Leaf tissue samples from the plants can be analyzed with a specific process that measures the attachment of phosphate groups to any type of protein, and then determine what proteins did or didn’t have those groups attached. To measure these protein changes, Locke collaborates with protein sampling expert Ive De Smet at Ghent University, who refined this process.

“Then, with the help of a predictive model using machine learning, we can identify how the quantity of specific proteins and phosphates indicate desired traits for heat tolerance,” she says. 

Using Machine Learning to Understand Protein Markers

Locke also collaborates closely with Rosangela Sozzani, professor of plant and microbial biology at NC State. Sozzani is creating the predictive model to analyze protein sampling data and recognize patterns that indicate to heat tolerance.

“When building a predictive neural network, it needs to be interdependent with how the data is collected,” Sozzani says. “Our machine learning model is highly integrated with the way protein samples from soybeans are gathered and processed. Data needs to be curated specifically to answer questions the same and to train the model accurately.”

She is designing the model to identify causal relationships between proteins and heat stress, as well as to correlate protein regulators with plant responses. 

“Soybeans are well-defined genetically, but we want the neural network to learn how protein regulators work and how that impacts plant response to heat stress,” she explains.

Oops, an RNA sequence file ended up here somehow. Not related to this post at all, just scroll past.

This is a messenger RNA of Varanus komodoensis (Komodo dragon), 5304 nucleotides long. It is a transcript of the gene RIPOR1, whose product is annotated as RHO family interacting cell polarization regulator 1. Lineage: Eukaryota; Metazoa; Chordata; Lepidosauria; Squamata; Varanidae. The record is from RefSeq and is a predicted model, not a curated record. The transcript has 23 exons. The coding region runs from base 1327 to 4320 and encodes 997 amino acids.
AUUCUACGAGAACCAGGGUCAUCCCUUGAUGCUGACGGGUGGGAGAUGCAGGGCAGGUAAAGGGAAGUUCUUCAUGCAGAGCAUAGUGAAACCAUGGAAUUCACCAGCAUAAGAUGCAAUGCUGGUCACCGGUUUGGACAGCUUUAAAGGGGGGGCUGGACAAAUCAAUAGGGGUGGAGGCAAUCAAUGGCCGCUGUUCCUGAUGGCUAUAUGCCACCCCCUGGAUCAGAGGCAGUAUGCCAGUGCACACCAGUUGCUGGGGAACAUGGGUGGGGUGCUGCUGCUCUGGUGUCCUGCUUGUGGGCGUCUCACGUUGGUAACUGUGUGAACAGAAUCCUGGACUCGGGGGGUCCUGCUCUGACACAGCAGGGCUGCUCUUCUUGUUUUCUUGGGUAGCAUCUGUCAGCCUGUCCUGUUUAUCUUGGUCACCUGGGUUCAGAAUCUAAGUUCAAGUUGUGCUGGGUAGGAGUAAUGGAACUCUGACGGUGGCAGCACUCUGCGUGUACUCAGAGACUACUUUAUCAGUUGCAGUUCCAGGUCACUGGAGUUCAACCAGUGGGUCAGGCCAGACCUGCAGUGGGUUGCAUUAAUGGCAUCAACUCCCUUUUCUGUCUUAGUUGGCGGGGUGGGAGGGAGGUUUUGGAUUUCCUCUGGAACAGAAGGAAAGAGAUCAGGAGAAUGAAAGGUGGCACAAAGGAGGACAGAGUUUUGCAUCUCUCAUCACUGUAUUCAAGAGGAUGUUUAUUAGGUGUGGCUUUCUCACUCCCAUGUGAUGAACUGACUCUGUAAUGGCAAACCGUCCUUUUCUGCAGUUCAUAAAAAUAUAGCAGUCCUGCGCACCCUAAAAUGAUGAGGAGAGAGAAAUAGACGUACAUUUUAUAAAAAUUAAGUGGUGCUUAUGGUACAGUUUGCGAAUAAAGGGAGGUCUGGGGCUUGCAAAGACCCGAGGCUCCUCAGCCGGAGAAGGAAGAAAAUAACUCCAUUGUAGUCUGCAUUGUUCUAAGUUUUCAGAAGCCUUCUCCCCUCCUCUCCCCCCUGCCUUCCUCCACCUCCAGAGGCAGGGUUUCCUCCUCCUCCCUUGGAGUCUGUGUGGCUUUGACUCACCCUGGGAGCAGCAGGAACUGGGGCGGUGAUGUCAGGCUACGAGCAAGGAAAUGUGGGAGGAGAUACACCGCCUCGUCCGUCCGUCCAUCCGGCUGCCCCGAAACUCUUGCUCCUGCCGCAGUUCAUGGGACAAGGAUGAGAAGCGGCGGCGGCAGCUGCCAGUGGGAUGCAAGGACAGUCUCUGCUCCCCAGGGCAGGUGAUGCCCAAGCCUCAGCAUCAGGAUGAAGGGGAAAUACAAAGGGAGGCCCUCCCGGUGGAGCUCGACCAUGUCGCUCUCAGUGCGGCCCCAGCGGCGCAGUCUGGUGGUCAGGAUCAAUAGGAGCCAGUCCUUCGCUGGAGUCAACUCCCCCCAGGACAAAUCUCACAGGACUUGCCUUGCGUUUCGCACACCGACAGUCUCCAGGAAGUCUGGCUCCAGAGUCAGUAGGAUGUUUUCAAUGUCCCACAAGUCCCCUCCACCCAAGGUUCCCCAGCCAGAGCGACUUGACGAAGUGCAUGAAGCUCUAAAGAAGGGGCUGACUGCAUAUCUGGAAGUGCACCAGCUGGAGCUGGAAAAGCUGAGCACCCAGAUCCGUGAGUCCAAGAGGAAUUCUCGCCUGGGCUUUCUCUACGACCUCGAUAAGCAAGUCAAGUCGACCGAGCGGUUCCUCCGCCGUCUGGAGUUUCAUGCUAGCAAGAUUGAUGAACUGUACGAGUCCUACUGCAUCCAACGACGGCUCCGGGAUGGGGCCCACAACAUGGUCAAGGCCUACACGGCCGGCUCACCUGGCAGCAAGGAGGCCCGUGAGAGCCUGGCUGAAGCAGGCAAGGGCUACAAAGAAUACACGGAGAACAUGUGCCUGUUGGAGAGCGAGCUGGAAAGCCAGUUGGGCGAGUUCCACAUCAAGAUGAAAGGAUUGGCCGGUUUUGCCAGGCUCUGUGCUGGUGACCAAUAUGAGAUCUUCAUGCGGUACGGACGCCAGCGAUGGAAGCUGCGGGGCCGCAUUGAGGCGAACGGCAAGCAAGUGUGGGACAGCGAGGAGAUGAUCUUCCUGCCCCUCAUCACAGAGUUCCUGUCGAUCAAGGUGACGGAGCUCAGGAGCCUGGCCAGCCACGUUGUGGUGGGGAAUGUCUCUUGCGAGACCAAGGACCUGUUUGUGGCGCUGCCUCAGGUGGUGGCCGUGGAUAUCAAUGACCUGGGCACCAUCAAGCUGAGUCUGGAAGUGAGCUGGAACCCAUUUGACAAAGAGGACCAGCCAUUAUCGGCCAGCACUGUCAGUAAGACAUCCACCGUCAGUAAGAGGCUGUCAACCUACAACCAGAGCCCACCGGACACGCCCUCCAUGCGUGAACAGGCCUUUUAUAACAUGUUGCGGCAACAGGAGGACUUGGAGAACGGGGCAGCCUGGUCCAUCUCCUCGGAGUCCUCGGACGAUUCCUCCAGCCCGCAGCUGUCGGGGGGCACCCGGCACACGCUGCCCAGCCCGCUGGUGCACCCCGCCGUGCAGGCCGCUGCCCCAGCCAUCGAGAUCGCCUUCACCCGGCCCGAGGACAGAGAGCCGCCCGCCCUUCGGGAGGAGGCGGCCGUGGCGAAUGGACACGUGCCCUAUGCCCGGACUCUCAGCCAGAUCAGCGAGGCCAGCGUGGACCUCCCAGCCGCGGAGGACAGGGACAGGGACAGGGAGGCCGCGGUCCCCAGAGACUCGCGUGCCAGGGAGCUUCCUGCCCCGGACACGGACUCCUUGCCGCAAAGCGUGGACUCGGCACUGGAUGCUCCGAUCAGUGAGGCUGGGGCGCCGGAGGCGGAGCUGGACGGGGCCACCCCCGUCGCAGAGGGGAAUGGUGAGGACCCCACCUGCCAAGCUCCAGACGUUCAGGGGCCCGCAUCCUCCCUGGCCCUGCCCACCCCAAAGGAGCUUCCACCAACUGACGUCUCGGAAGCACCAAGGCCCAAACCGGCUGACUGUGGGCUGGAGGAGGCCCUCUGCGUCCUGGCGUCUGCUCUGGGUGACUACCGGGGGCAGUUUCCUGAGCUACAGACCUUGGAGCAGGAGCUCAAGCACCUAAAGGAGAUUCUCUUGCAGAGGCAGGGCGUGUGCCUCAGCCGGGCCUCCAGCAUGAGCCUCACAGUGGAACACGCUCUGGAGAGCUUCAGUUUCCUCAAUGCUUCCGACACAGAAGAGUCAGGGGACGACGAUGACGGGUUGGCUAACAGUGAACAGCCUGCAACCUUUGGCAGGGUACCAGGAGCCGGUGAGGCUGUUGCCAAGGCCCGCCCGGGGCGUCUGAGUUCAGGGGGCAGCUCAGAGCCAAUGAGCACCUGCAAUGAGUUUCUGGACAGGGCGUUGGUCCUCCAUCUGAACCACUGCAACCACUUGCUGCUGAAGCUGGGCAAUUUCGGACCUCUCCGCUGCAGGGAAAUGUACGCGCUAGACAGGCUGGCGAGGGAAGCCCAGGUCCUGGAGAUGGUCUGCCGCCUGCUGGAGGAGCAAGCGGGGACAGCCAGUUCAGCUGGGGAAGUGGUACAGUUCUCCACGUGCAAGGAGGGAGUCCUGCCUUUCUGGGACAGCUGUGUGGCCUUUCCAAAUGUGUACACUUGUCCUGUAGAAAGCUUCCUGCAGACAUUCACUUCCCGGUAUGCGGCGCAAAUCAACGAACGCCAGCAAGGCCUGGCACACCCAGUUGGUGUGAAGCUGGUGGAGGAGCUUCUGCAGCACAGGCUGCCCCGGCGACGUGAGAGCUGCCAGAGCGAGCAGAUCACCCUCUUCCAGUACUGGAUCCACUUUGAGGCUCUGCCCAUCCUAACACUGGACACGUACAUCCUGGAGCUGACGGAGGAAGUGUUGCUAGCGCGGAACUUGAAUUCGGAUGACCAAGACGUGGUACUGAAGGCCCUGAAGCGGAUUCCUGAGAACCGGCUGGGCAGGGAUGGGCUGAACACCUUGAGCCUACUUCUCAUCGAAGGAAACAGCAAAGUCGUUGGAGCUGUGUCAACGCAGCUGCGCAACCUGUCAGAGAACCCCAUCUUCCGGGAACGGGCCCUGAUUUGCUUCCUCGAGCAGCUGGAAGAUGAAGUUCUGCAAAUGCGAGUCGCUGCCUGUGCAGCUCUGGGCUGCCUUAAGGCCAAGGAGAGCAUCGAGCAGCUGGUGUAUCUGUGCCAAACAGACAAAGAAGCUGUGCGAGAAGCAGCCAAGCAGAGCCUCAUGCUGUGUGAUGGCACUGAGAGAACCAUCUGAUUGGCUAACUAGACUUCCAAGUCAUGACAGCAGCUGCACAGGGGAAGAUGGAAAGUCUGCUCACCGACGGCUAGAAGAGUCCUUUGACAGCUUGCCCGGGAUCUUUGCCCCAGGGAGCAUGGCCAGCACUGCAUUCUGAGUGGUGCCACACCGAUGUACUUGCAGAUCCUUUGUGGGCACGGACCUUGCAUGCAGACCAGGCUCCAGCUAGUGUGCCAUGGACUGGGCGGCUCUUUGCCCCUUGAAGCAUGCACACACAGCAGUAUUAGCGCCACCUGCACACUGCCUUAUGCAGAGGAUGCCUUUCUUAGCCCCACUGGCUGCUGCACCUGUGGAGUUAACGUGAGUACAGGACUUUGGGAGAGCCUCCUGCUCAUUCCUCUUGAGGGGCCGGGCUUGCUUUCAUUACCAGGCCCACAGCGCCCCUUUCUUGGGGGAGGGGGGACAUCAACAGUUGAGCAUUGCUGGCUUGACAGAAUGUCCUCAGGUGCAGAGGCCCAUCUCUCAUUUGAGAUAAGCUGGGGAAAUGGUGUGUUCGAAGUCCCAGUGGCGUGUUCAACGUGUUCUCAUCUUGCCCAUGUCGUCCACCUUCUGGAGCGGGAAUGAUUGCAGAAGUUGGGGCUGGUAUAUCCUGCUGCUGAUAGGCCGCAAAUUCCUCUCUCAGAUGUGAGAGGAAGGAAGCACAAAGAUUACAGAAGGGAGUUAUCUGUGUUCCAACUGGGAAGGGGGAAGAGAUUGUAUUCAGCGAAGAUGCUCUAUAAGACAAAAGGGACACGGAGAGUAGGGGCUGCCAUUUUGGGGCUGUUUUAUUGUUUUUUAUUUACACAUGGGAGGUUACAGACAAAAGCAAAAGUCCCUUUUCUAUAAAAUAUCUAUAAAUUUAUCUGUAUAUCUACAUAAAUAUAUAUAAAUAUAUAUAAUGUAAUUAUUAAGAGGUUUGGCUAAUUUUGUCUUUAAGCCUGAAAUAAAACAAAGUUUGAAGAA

Sozzani expects machine learning to eventually be able to identify a protein prescription for certain characteristics related to managing heat stress well. 

“Once we understand how protein markers reflect phenotypic plant responses, with the help of machine learning, the model should be able to accurately predict how specific varieties will tolerate heat,” she continues. “Then this technology will become very scalable to other characteristics in soybeans and applicable to other crops.”

Selection Support for Soybean Breeders

Locke and Sozzani expect their results will be used to create new tools for breeders to look for protein markers to select the best soybean crosses to focus on when developing new varieties. Using protein markers will complement the way they already use genetic markers and other breeding tools.

“We continue to validate the work we have done so far to increase our confidence in this new method of sorting through soybean lines,” Locke says. 

She explains that breeders will either extract proteins from tissue samples and look for identified markers or create a chip that can look for matches to specific markers. Soybean breeders ultimately would be able to test leaves from large quantities of soybean crosses to see if they have the desired phosphomarkers. That information will then be used to determine which varieties should be carried forward to the next stage of soybean breeding.“Breeders will be able to identify potential crosses with strong heat tolerance more quickly and effectively than with tools currently available,” she says. 

Additional Resources

Meet the Principal Investigator on this project: Anna Locke

Published: Apr 22, 2024

The materials on SRIN were funded with checkoff dollars from United Soybean Board and the North Central Soybean Research Program. To find checkoff funded research related to this research highlight or to see other checkoff research projects, please visit the National Soybean Checkoff Research Database.